Though fantasy sports grew by 100% from 2018 to 2019 according to a report ‘The era of consumer A.R.T. – Acquisition Retention and Transaction,’ released by the Federation of Indian Chambers of Commerce & Industry (FICCI) and consulting firm Ernst & Young (EY), the cancellation of sporting events has brought the sector to a standstill, which counts India’s first gaming unicorn, Dream 11 backed by Steadview Capital among leading homegrown players.
The surge in online gaming has been largely on smartphones in India as people look at easy set up and compatible data speeds on these devices. Due to the device limitation, India has been largely a market for mid-core and casual games.
“In India the focus is definitely mobile games. While the US was a more console driven market and China, a PC driven market, India will be mobile driven growth. Between mid core and casual gaming is where we see a lot of opportunity in India and there is scope for bringing in social gaming in this. PUBG’s success in Indic languages also points to this,” says Sanjot Malhi, director and lead for the consumer, media and gaming sector for Matrix Partners India.
While the spike in gaming and content consumption is backed by the surge in data usage and findings of the Broadcast Audience Research Council and Nilesen, what investors and publishers are looking for are trends which will extend to the post Covid-19 world.
“Indian gaming can be divided into two buckets -- one which is non-real money gaming monetized through in-app purchases and advertisements on the platform, the other being skill-based real money gaming (RMG). As investors, we look at, and are excited about both. RMG has a much more proven business model given there are examples of companies that have monetized and turned profitable e.g., Ace23, one of our former investments. Whereas, the business models on non-RMG are still nascent and evolving.” Malhi told TechCircle. The Mumbai based venture capital firm recently announced its investment in online quizzing app Zupee.
He added that unlike India, in-app purchases drive the majority of revenues in mature markets.
According to the FICCI-EY report, of the Rs 6,500 crore online gaming industry in India in 2019, Rs 4,600 crore was contributed by transaction based gaming, including real-money games. The rest came from casual games.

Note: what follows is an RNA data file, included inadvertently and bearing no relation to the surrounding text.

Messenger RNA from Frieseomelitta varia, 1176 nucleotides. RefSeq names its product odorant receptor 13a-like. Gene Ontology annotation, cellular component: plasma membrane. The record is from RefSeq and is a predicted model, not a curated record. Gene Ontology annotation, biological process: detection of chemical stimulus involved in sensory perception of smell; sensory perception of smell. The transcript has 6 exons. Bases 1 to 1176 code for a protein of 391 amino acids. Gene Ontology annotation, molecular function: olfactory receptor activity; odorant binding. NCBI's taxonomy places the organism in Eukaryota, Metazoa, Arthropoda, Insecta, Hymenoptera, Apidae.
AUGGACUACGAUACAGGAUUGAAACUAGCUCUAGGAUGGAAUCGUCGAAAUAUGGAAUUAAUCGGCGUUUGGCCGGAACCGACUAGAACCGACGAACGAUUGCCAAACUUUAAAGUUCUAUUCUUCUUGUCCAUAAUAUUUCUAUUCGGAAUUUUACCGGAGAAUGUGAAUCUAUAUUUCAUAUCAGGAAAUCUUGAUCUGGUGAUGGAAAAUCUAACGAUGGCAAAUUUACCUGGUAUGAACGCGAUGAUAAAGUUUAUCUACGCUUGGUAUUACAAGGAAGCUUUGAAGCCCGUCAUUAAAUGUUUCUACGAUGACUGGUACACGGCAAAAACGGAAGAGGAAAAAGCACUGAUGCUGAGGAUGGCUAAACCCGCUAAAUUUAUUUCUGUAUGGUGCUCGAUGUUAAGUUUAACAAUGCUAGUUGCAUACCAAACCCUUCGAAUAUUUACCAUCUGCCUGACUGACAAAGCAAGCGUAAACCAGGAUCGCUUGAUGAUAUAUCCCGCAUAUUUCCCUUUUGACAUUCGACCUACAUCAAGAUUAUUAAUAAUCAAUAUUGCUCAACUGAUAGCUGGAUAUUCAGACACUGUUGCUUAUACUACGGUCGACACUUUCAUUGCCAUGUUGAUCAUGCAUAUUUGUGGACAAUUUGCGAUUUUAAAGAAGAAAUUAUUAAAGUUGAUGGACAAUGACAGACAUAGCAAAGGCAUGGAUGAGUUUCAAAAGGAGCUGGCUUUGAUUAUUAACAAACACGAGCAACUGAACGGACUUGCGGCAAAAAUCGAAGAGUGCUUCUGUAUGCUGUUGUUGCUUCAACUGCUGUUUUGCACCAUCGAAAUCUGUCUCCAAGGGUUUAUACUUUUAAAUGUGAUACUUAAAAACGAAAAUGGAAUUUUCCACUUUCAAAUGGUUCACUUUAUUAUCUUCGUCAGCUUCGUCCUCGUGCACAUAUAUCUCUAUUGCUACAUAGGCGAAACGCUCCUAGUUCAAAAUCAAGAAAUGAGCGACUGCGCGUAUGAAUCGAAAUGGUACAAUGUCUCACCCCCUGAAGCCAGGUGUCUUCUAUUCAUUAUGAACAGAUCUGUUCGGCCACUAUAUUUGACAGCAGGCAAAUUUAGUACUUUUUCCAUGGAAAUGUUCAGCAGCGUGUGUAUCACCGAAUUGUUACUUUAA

However the propensity to pay has changed over time. Going by the popularity of mid-core games such as PUBG in India which relies on this mode of monetisation, the trend may be here to stay, says Saumya Singh Rathore, cofounder of WinZO Games.
“The paid conversions have increased by 20%, suggesting that the sentiment of paying is not impacted yet in the Covid-19 scenario. We also got PUBG only after the national lockdown began and the engagement is high with an average of 25 to 30 minutes being spent on it,” said Rathore. Delhi based WinZo has also seen an uptick in the number of users coming from Tier 1 cities though 90% of the platform’s users come from Tier 2 to Tier 5 cities and 80% users consume games in local languages.
Will the surge sustain in the post Covid-19 world?
While the spike is real, investors and publishers alike want to hold on to a trend which can be sustained in the post Covid-19 scenario.
In the case of Nazara, this has meant acceleration of projects including features on adding in-app purchases, adding more content to the kids vertical, as well as creating IPs with different brands and publishers. “These were lined up as part of our strategy anyway and have been fast-forwarded in the current scenario,” said Agarwal.
On its platform, WinZO has scaled its server to accommodate the 3X spike in multi-player games and organic users coming in.
According to Malhi the growth is here to stay, in a post Covid-19 scenario. “We are looking to back long term investment ideas. Going by the data before the lockdown, India now has over 250 million gamers with usage of almost 60 minutes per person who has upto 6 apps on the phone. The user and usage growth trend which has been coming for a year or more has got us excited,” he added.
According to the FICCI report, the number of gamers in India stands at 356 million though revenues which primarily came from fantasy sports might be hit. With streaming fatigue setting in, gaming stands are a strong chance at remaining a popular channel for entertainment with sustained consumer interest in the post Covid-19 world.